Secondly, and even more importantly, is that Saul of the New Testament was not transformed by a vote of the people; he was transformed by the Holy Spirit. We don't get to dictate how/when the Holy Spirit works, or campaign for God's plan to occur only within our predetermined framework. "His ways are higher than our ways," as Isaiah says. Saul of the New Testament already had the approval of human institutions when he was authorized to round up and slaughter members of the Christian sect. It was not man's will, or the electoral college, that changed him. It was the genuine power of Christ. We cannot be so vain to imagine that a human popularity contest has the same power to compel a real change of heart, least of all from someone who's spent their career craving attention. While I do believe that God is changing and molding the characters of all of us, all the time, He does so on His schedule, not on our election cycle.

So to any of my Christian friends who may have been enticed, during the campaign, by this comparison of New Testament Saul to Trump, I ask you: can you imagine that God could have used someone like Hillary Clinton to do His will? "Have we not all one Father?"

Having categorically brushed aside this comparison between Trump and NT Saul, I will concede that there may still be a valid Biblical comparison to be made. If I had to pick between the two, I'd say Trump is a lot more like Saul of the Old Testament. Old Testament Saul, aka King Saul, is not nearly as well known as New Testament Saul. But his story is fascinating in its own right. It begins by explaining that OT Saul was the son of an incredibly wealthy and influential father - in other words, he came from money and grew up with a silver spoon. The story continues by explaining how he spent his youth essentially chasing tail (or "seeking asses," as the Bible puts it), with no strong sense of purpose in life. Then, through a series of unexpected events, Saul of the Old Testament becomes king of all Israel, to the complete surprise of everyone - including himself! And even after having accepted this prestigious appointment, he shows a reluctance to lead, and instead returns to continue to run his family business, tending to his field.

When King Saul eventually does take up his mantle, he displays utter disregard for even his own most-trusted advisors. And his brutal foreign policy, while at first appearing successful, eventually leads the kingdom into division and disarray, embroiling them in conflict with the Amalekites for generations. Moreover, in the face of an actual terrorist threat, OT Saul proved to be utterly unqualified and helpless. When the Philistines besieged them, Saul could do nothing, and it was his eventual-successor David who had to clean up the mess for him. David became a war hero, and while at first Saul congratulated him for this, he quickly grew jealous of David's renown. He went on to insult, betray, and persecute the war hero unjustly. And famously, King Saul struggled with irrational and erratic outbursts that became increasingly difficult to manage. He refused to let go of perceived slights and pursued his offenders relentlessly, blinding himself to reality.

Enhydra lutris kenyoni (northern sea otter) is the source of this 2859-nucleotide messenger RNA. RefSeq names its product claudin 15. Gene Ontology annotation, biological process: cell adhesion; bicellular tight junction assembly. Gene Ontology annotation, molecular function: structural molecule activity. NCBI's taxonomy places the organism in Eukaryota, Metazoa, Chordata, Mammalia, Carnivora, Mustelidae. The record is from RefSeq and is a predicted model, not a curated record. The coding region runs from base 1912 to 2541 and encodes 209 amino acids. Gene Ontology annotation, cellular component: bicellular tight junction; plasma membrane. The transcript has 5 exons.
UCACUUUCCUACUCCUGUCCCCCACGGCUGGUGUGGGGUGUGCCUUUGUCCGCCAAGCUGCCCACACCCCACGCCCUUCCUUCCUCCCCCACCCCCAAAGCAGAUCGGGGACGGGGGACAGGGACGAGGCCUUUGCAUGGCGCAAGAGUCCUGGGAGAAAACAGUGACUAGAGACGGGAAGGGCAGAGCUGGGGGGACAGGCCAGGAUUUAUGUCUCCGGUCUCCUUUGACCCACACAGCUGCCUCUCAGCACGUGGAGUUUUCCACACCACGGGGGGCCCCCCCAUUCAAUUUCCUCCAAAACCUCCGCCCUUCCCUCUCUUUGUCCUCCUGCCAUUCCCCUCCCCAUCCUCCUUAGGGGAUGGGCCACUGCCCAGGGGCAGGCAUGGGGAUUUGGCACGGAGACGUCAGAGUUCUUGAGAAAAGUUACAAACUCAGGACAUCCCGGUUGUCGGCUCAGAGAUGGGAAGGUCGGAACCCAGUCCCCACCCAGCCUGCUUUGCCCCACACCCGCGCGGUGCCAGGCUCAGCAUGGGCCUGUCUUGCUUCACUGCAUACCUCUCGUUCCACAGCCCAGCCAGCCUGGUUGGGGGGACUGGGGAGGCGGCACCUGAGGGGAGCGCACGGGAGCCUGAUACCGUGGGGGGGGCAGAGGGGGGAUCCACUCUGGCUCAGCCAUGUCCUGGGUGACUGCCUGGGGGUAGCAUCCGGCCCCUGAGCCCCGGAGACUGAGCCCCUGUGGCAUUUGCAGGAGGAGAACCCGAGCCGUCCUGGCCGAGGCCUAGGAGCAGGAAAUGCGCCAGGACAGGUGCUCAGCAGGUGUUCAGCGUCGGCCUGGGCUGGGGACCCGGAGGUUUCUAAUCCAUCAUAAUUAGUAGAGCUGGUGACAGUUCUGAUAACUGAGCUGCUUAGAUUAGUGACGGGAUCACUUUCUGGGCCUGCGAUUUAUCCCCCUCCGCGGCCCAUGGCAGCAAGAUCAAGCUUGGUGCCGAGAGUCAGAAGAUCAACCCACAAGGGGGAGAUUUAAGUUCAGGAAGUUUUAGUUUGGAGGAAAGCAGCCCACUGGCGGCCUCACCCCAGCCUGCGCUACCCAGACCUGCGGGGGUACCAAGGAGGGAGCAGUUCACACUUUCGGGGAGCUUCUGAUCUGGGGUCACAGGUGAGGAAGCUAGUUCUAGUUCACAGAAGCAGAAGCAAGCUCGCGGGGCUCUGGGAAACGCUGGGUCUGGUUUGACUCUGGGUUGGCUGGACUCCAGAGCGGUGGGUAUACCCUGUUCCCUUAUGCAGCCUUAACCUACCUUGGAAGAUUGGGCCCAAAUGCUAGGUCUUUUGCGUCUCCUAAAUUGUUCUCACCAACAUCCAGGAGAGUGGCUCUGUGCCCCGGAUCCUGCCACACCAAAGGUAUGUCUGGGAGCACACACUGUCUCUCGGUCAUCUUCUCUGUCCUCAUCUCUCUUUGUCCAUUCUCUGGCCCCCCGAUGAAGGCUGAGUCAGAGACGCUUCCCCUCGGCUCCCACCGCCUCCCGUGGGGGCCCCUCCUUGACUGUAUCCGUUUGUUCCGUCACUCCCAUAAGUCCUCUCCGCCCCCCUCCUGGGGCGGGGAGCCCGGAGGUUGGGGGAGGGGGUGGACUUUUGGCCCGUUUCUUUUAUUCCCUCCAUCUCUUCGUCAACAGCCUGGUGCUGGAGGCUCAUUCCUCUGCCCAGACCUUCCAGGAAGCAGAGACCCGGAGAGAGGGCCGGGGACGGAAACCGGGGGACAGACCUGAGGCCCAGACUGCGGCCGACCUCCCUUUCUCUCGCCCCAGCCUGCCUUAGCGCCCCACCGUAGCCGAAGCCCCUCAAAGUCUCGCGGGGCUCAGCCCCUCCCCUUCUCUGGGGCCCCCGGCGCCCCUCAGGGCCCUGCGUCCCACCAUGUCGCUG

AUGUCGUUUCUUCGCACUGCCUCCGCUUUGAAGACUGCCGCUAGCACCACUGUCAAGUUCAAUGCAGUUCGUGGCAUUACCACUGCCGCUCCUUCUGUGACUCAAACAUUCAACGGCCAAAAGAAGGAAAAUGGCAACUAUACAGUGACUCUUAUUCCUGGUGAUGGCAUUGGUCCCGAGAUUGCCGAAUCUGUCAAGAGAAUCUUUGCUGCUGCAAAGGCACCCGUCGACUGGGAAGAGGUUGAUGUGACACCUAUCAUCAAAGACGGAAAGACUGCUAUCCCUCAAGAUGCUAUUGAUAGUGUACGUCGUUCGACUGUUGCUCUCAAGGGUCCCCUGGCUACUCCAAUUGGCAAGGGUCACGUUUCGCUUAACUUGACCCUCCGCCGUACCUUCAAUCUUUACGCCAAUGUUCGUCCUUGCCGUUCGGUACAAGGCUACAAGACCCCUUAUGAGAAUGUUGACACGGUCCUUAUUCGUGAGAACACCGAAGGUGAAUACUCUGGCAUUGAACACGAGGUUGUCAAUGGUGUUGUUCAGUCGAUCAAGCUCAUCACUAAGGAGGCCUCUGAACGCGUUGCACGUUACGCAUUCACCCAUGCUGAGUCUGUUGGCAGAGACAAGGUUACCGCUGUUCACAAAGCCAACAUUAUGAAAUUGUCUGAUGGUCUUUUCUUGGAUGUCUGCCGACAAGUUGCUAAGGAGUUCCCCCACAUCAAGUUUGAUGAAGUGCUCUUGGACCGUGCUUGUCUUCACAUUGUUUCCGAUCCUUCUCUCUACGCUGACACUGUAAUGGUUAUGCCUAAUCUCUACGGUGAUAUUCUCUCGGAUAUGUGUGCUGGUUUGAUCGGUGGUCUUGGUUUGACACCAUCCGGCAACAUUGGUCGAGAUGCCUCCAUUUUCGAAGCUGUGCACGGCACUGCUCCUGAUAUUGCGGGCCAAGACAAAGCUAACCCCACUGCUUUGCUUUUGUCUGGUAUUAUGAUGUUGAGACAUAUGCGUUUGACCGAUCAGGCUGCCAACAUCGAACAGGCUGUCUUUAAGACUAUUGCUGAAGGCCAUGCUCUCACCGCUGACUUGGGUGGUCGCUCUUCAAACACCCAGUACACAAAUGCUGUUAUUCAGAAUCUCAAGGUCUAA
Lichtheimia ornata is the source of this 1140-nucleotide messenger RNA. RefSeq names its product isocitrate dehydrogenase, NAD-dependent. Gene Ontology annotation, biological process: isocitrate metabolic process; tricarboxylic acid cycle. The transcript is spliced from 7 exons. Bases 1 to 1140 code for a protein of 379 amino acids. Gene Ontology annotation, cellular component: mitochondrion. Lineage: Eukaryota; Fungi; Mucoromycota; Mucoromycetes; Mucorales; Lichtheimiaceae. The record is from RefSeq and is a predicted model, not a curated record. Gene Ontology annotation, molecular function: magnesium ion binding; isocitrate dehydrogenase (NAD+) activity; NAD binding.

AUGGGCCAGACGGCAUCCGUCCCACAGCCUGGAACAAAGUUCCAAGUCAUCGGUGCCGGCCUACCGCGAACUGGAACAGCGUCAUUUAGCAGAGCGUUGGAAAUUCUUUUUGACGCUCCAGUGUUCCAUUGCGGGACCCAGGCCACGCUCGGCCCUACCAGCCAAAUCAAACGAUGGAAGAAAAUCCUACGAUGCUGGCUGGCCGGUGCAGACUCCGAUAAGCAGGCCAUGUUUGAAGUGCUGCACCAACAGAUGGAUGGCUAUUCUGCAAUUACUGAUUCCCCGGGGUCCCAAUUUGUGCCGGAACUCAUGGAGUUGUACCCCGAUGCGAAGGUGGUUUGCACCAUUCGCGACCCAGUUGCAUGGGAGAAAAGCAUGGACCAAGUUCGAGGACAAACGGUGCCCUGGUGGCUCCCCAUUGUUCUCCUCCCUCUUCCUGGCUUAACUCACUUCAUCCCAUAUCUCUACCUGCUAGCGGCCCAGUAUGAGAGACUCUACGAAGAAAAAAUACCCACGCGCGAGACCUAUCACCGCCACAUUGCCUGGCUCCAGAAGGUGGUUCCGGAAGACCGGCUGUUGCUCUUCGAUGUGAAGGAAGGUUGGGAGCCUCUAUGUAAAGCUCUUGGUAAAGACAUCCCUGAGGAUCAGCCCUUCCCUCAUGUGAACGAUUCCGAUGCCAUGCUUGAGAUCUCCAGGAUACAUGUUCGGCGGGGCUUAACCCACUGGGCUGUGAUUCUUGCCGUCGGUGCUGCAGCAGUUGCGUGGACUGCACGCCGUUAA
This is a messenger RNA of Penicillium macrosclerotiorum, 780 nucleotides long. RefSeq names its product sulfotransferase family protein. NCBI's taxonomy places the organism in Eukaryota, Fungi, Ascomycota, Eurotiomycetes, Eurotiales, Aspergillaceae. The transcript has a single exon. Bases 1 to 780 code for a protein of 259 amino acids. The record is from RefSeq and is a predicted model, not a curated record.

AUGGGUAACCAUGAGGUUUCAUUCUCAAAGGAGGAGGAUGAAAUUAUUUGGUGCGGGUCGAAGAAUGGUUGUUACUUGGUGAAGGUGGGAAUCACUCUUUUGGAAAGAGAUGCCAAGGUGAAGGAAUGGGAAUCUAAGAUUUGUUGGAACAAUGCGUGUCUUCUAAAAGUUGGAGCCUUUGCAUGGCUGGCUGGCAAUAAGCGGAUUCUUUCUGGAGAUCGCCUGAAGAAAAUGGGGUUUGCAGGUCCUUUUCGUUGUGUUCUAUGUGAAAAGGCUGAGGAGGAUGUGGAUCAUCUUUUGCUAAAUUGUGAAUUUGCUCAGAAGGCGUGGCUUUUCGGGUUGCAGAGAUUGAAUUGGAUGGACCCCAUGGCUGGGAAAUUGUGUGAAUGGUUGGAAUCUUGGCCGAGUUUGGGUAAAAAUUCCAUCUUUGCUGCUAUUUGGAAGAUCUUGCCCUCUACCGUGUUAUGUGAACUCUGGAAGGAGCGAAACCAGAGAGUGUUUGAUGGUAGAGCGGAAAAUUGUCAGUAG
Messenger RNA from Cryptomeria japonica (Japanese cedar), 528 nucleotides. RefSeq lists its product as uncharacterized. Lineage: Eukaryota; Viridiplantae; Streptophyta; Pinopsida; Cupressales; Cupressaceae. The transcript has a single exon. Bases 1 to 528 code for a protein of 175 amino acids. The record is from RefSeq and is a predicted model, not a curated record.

The story of Saul of the Old Testament quickly starts to resemble watching a train run off the tracks, in slow motion. As his reign continued, Saul became increasingly unhinged. His mind started to unravel. And this happened at the alarm of his closest aides, who proved to be incompentent themselves and unable to deal with their troubled leader. Eventually, Saul did himself in, committing suicide when he was forced to come face-to-face with his own failures. I sincerely hope President Trump is never inspired to commit suicide. But outside of that final point, which of the two comparisons do you think is more fitting?

Am I being a little bit unfair by making this second comparison? Perhaps. (I certainly employed a few clever plays on words.) But just as I believe King Saul was doing his best, but ultimately was not the right man for the job, I can concede that Mr. Trump has what he believes are good intentions. But if the history of King Saul taught us anything, it's that unhinged leaders are unreliable and eventually and inevitably bring about their own demise.